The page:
Cashflow-based measures (such as those used for provisions, pensions and deferred tax) should reflect variations in expected cashflows, time value of money, risk premium (including an entity’s own credit risk in liabilities) and any liquidity effect. Own credit risk is not always recognised (for example, in pension liabilities), nor is the time value of money for deferred tax. So this might imply changes are needed in these standards.

Profit and comprehensive income

What has not changed is that the framework remains driven by assets and liabilities and that equity is the residual difference, and gains and losses represent changes in them.

The other big issue in this project is what gains and losses should be part of profit or loss and what should go to other comprehensive income (OCI)? Should items that go to OCI be recycled into P&L when realised? Treatments at stake might include cashflow hedging, revaluation of property, actuarial gains and losses on pension liabilities, the new fair value through OCI category in IFRS 9 and changes in discount rates in IAS 37. 

The default treatment will be to P&L, but there will be cases where an IFRS could put certain items through OCI. If so, recycling will be expected. The categories of such items might be framed more narrowly as measurement mismatches (for example, between a balance sheet at fair value and P&L based on cost), or defined more widely to add transitory longer-term remeasurements. Cashflow hedging or the fair value through OCI from IFRS 9 would qualify either way, but many items currently allowed through OCI would only qualify if the IASB goes for the wider definition (such as revaluations, actuarial gains/losses, changes in own credit and designated equities under IFRS 9).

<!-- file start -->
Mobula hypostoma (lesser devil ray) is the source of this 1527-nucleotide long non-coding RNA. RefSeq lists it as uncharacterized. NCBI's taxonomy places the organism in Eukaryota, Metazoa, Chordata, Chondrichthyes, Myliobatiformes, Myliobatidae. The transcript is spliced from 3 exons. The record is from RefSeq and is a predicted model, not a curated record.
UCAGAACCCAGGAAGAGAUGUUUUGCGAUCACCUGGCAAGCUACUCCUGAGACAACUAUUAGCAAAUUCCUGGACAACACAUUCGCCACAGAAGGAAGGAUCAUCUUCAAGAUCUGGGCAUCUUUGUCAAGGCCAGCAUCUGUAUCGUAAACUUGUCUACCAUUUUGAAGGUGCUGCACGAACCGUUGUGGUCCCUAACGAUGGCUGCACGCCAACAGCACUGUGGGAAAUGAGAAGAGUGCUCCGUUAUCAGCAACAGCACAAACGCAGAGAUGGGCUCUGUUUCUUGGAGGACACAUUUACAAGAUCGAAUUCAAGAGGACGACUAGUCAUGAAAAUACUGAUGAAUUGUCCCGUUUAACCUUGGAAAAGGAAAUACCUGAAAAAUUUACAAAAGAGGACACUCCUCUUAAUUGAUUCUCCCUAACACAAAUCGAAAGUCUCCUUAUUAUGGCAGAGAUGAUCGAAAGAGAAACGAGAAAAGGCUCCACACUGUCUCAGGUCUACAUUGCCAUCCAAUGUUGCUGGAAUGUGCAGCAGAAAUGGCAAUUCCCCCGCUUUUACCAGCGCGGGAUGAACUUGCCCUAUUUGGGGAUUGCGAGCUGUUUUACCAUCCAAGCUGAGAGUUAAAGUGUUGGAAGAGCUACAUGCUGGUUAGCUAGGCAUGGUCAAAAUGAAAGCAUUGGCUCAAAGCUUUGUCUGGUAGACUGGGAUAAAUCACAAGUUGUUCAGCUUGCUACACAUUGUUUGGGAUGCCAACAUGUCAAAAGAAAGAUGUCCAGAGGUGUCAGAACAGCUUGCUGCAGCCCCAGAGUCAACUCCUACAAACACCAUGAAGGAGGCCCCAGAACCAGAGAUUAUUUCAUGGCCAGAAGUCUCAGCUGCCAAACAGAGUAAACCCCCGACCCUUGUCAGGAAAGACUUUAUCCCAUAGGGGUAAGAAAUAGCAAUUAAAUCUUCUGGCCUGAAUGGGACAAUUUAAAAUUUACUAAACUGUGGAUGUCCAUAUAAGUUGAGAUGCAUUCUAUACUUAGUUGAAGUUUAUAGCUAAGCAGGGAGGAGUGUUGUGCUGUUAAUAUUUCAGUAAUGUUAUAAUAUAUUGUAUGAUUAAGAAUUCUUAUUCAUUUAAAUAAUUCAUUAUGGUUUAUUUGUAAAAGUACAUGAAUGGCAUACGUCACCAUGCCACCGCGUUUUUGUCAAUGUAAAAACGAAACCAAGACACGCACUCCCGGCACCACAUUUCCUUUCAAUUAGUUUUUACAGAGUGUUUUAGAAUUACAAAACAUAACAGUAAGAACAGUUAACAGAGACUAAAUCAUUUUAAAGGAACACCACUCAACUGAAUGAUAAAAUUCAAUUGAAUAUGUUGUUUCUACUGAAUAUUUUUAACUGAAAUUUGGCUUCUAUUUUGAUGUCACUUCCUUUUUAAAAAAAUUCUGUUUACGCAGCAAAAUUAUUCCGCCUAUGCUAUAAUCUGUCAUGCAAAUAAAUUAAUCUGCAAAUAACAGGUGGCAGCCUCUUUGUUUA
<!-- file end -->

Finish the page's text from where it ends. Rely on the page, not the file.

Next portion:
The discussion paper covers a host of other matters, including the concepts of going concern, the business model and the boundary between what are liabilities and what is treated as equity. It puts forward six principles for better disclosures. Some controversial issues in chapters that have been ‘completed’ are included (see below).

Where now?

The consultation on this framework is open until 14 January 2014. It is a chance to consider fundamental issues in financial reporting that many claim are changing and not for the better. It is also another battleground to debate the issues in current projects such as leases and financial instruments. 

The discussion paper points the way to the resolution of issues where standards are inconsistent. It clearly draws the line under the convergence model with the FASB, even to the extent of inviting comments on the jointly completed sections.

There will probably be an exposure draft of the proposed framework before the final version. But how will it affect IFRS at that point?

The framework will alter the way new and current projects are completed. However, the standards that are inconsistent with the new framework may not be altered right away. Standards like IAS 20 on government grants pre-date and are incompatible with the 1989 framework, but are still in effect today. 

Prudence, reliability and stewardship

These concepts from the 1989 framework were dropped in the chapters already completed by the IASB and FASB jointly. The discussion paper reiterates why – prudence and neutrality were considered contradictory. However, Hans Hoogervorst, the IASB chairman, has described the phrase that prudence was caution in the face of uncertainty as ‘pure common sense’. The discussion paper does a better job with reliability, which was replaced by representational faithfulness together with the enhancing characteristic of verifiability. It is most convincing on stewardship, where the word has gone but the concept remains. Indeed, the paper is sprinkled with references to the accountability of management for the resources with which they are entrusted.

Richard Martin is ACCA’s head of corporate reporting

 

Last updated: 3 Apr 2014